The format is largely the same: a member name that is usually abandoned, some pat generic compliment about the blog, and a link to a non-related blog about anything from home sales to latte. The post verbiage is largely borrowed by what once was an acceptable comment between non-marketing bloggers as an introduction.

The increase in spam posting has even prompted Blogger.com and other hosts to provide administrators a new feature to permanently remove such posts, leaving no record of their existence. It is a minor nuisance to do so, but much less annoying than allowing the spam poster's often temporary name to remain on the blog, which leaves visitors wondering why someone's comment was deleted. It is a shame this has to be done because blog spam disrupts otherwise worthwhile communication.

Personally, I've always been amazed at the extent some marketers are willing to employ the most intrusive marketing tactics as their sole source of communication. While it obviously works in the short term, companies that employ such practices or hire marketers to do so fail to establish real product or service credibility in the long term. And now, some countries are going a step further.

Most European countries are beginning to issue steep fines against spammers (and the companies that employ them). In fact, Italy has issued a new law that threatens spammers with jail sentences of up to three years. The United States is also becoming vigilant: Massachusetts hit one Internet spam company with a $37 million fine before shutting it down completely. In all, 18 states in the U.S. have laws regulating spam to one extent or another.

You can do something about it too. Never respond to spam (even opt-out lists unless you know the company), always filter it out of your e-mail, and complain to the provider when possible. If the spam is fraudulent (offers products that don't work or pyramid schemes), you can forward the e-mail to the US Federal Trade Commission at uce@ftc.gov. If the spam promotes stocks, forward it to the US Securities and Exchange Commission at enforcement@sec.gov.

Sure, many businesses are experimenting with e-mail as a sales and marketing tool as the Internet has become a bigger part of our everyday lives. There is nothing wrong with this as long as companies remain as responsible as they would be with any other form of communication. After all, there are many consumers that may be interested in a new product, service, or company news (especially previous buyers).

In short, online marketing isn't spam until it is disruptive, intrusive, or unresponsive. And posting what is nothing more than a thinly veiled link on a blog without permission is certainly all of the above. To which all I think I can say is: keep up the good work, spam marketers, someone will get back to you with a verdict soon enough.

Thursday, August 18

Working With A Living Language

Working with a living language is both a blessing and a curse. It gives writers like me the opportunity to invent new definitions for clarity, but it can also cause headaches when other writers use the weight of words to mask their intent.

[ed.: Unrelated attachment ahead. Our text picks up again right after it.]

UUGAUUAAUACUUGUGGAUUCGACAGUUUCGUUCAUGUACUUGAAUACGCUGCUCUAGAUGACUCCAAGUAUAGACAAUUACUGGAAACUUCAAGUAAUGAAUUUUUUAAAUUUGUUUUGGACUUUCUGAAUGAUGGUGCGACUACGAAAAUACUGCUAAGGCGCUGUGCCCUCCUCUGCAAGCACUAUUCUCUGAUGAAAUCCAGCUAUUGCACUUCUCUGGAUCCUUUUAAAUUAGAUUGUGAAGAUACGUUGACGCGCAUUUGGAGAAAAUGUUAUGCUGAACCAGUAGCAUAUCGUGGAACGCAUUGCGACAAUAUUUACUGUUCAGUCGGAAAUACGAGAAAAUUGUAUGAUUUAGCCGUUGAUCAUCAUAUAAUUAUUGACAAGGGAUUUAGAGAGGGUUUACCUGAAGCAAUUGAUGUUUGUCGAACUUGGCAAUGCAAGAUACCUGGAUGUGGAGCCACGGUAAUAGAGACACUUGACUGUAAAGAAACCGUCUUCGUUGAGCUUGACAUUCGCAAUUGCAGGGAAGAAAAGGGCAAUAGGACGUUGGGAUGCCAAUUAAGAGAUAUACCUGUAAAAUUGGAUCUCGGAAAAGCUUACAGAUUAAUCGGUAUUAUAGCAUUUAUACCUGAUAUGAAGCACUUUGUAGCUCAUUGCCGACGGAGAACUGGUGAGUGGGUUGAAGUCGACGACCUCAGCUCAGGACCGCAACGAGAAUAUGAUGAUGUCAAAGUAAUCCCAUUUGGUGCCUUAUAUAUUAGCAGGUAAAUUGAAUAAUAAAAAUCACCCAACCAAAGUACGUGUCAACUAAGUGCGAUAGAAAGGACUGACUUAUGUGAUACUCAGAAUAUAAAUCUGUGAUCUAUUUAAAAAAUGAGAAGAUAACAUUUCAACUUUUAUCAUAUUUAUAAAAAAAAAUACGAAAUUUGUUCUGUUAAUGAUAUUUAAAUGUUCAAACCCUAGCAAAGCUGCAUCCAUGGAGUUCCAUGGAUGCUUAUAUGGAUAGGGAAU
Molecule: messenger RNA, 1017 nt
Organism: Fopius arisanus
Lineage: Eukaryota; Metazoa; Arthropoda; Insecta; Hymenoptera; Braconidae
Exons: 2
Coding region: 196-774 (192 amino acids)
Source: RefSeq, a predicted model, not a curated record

For example, when I was still evolving my company from the freelance writer I was into the corporation it is today, most Internet search engines narrowly categorized writers into very specific disciplines. You were either a copywriter (meaning advertising) or a freelance writer (meaning journalist), a technical writer or a business writer, a direct response writer or a script writer, or ... blah, blah, blah.

Since I didn't want to limit our capabilities to any of these categories, I was one of the first, if not the first, to lobby for a new term: writing services. It made sense, because our company works within all the other sub-categories. Today, most Internet search engines include a 'writing services' category. It works well for our company and the few others like us because the definition better clarifies what we offer. It's not the only example I could cite, but I like to think that it's a good one.

Then, of course, there are shifts in our language that I do not appreciate because the goal is not to add clarity but rather to mask a meaning. One of my least favorite in Nevada (and I hope it dies a horrible death) is the concept of 'government revenue.' There is no such thing. Governments do not have revenues, they have budgets that are created by taking a percentage of other people's revenue. Yours and mine, to be precise.

Sure, you can find it in some dictionaries. Revenue: the income of a government from all sources appropriated for the payment of public expenses. No problem ... until you abuse the usage. It's easy to do. Ask the handful of government officials who began pushing a perceived need to 'increase government revenue' in Nevada a few years ago. That sounds almost admirable until you appreciate they wanted to 'increase taxes.' (As footnote, they were never going to appropriate money for the payment of public expenses. Rather, they appropriated money in order to create additional public expenses.)

Personally, I've always subscribed to an underutilized code of ethics in communication developed by the International Association of Business Communicators. While there are several points worth considering at IABC Code of Ethics, the one that best fits this post is: engage in truthful, accurate and fair communication that facilitates respect and mutual understanding.

The real buzz term in this case is 'mutual understanding.' Communication should be designed to clarify rather than confuse your audience. It's a concept that many people forget, including those people who call you on the telephone and claim it's a courtesy call. Baloney. It's a direct marketing call, pure and simple.

Oh well. The most we can hope for is that the definitions with merits outweigh the abuses at the end of the day. And today, there was one that came out of a new survey by Zogby International for the MetLife Mature Market Institute. The definition of old, it seems, is changing again.

Based on a pool of 1,000 people by telephone about what they considered to be "old," a third of the participants claimed
that 71 to 80 is considered old. Younger survey participants, those under 30, considered 61 to 70 to be over the hill. Among the respondents 65 or older, nearly 60 percent said that 71 to 90 was considered old. And even younger people, those between 18 and 24, have adjusted their idea of old. A majority--59 percent--refer to "old" as someone over 60.

Zogby International claims this shows that since the population is aging, the idea that old begins at 30 as it did in the 1960s is long gone. (Given that I'm over 30, er barely if you allow me a little fudged indulgence, I'd like to think that this new definition of old is a merit.) Grin. More to the point though, as people live longer and there are an increased number of people working or donating time to their community later in life, the definition and the attitudes about the definition will change.